How does real sex look? These sites show the awkward truth
Editors’ note: This story is part of our Turned On special report exploring the intersection of sex and technology. It contains sexually explicit descriptions and may not be suited for younger readers.
In the sunny living room of a Mediterranean-style house in Oakland, California, Rosalind sips coffee through a straw. The 24-year-old research assistant wears a thin green utility jacket and has large brown eyes and dark wavy hair with pin-up-girl bangs. Sitting on a couch as SLR cameras record her, she gets ready to tell nine people, none of whom she’s met in real life before, about the first time she masturbated.
“I can’t believe I told you guys about the shower masturbation,” says Rosalind (not her real name). “That’s literally the first time I have ever said that out loud.”
A few crew members chuckle. They’re filming for OMGYes, a site that hosts a series of online videos about how to sexually satisfy a woman.
OMGYes is one of a number of companies ushering sex education for the 18 and older crowd into a new era. Serving a space somewhere between the staid, impassive lectures many sat through as students and a pornography industry that values entertainment above all else, these companies use interactive and user-generated digital media to explore the more emotional, intimate and vulnerable sides of sex.
“The internet has offered, along with a lot of really disturbing images and ideas, a lot of potential for positive education,” says Peggy Orenstein, author of “Girls & Sex” and “Cinderella Ate my Dines how modern culture sexualizes young girls. Sites like OMGYes, Orenstein says, “have the opportunity to do an end-run around traditional sources of education — and miseducation.”
Can’t keep my hands to myself
Launched in 2015 by U.C. Berkeley graduates Lydia Daniller and Rob Perkins, OMGYes is a startup dedicated to “the science of women’s pleasure.” Its videos feature one-on-one interviews with women like Rosalind who share their sexual history and favorite techniques.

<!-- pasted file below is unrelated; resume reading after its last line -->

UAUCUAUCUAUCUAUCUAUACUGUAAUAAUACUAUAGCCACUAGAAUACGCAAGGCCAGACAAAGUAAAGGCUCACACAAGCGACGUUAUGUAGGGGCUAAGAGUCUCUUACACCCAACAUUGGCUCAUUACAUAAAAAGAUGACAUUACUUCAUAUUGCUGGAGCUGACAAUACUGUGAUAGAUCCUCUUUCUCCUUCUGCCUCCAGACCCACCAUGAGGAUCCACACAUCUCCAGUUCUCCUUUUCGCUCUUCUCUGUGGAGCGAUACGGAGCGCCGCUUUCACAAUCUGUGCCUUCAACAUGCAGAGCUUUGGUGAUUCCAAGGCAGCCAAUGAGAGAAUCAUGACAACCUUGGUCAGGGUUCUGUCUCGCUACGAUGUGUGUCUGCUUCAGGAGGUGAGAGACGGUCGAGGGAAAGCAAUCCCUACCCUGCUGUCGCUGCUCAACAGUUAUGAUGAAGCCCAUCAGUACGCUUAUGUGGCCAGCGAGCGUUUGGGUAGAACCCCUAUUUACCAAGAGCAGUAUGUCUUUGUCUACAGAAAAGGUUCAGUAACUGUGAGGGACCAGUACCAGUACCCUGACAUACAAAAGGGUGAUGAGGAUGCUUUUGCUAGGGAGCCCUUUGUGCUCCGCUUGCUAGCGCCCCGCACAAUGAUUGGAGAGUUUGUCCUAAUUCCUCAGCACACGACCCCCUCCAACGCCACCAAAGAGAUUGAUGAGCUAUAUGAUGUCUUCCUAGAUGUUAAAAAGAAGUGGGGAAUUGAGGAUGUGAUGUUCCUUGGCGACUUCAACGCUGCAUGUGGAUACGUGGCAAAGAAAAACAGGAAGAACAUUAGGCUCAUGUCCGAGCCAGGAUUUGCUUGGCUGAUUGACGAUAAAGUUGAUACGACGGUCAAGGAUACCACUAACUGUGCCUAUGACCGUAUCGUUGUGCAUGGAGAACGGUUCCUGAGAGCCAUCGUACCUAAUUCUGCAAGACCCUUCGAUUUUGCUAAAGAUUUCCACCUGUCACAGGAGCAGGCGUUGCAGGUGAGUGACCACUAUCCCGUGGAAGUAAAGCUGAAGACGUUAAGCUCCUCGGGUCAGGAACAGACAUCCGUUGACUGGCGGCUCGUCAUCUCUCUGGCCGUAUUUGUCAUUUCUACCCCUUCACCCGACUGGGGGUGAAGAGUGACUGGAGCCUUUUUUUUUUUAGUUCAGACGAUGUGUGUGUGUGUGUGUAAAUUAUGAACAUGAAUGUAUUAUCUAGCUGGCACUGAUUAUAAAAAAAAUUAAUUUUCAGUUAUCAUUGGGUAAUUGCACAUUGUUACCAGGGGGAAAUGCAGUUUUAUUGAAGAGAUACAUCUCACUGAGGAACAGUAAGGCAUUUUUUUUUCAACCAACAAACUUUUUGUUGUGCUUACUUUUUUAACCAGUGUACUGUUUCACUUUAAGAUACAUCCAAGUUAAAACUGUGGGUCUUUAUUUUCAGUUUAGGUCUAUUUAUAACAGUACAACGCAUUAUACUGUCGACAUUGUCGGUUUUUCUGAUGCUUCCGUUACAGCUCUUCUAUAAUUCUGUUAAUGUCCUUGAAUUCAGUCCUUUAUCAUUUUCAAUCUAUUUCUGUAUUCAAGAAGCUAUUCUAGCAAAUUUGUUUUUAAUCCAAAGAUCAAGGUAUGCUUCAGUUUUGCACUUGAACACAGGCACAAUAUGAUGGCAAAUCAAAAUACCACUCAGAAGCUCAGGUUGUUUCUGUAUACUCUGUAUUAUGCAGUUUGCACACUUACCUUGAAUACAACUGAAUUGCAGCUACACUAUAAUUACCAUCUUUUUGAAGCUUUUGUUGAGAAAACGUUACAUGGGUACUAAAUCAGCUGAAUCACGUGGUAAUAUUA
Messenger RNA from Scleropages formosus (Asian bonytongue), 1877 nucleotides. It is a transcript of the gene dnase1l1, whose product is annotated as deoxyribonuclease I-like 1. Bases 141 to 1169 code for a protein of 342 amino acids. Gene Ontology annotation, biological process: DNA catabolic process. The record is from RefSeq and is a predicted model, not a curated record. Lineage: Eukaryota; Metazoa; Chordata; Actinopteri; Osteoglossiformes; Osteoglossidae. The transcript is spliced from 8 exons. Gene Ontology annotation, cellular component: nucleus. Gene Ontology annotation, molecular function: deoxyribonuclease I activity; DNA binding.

Viewers can, for example, use their fingers to rub and tap digital renderings of female genitalia on a touchscreen. These images are created from thousands of composited, high-definition photographs stitched together from some of OMGYes’ interviewees, who range in race, age and body type. As you touch, a voice-over softly guides you where to touch and how fast. The lessons end positive singles when the screen fades to white. If you do everything “right,” the voice lets out a satisfying sigh. If not, she suggests you stop and take a break.
Online videos have attempted to educate about sex before. In addition to the YouTube channels Sexplanations and Hannah Witton, there’s Laci Green. The 27-year-old YouTube personality has talked about sex and dating since 2008, and has over 1.5 million subscribers. But while videos by Green and others simply require passive watching, OMGYes infuses its tutorials with a level of visceral interactivity and immediacy that video blogs, books and magazines can’t offer.
Though the tutorials can be titillating, OMGYes is serious about the facts and techniques it presents. In partnership with Indiana University and The Kinsey Institute , it gathered feedback from more than 2,000 women, ages 18-95. With this information, OMGYes offers a platform for women to talk about a subject that at worst is seen as taboo, and at best, unimportant.
“Why aren’t we talking about pleasure? Like actual pleasure,” says Sybil Lockhart, lead researcher at OMGYes. “When we went to look up what the research was on pleasure, we found that there really wasn’t any. What gets funded generally is pathology. It’s anorgasmia or dryness or soreness.”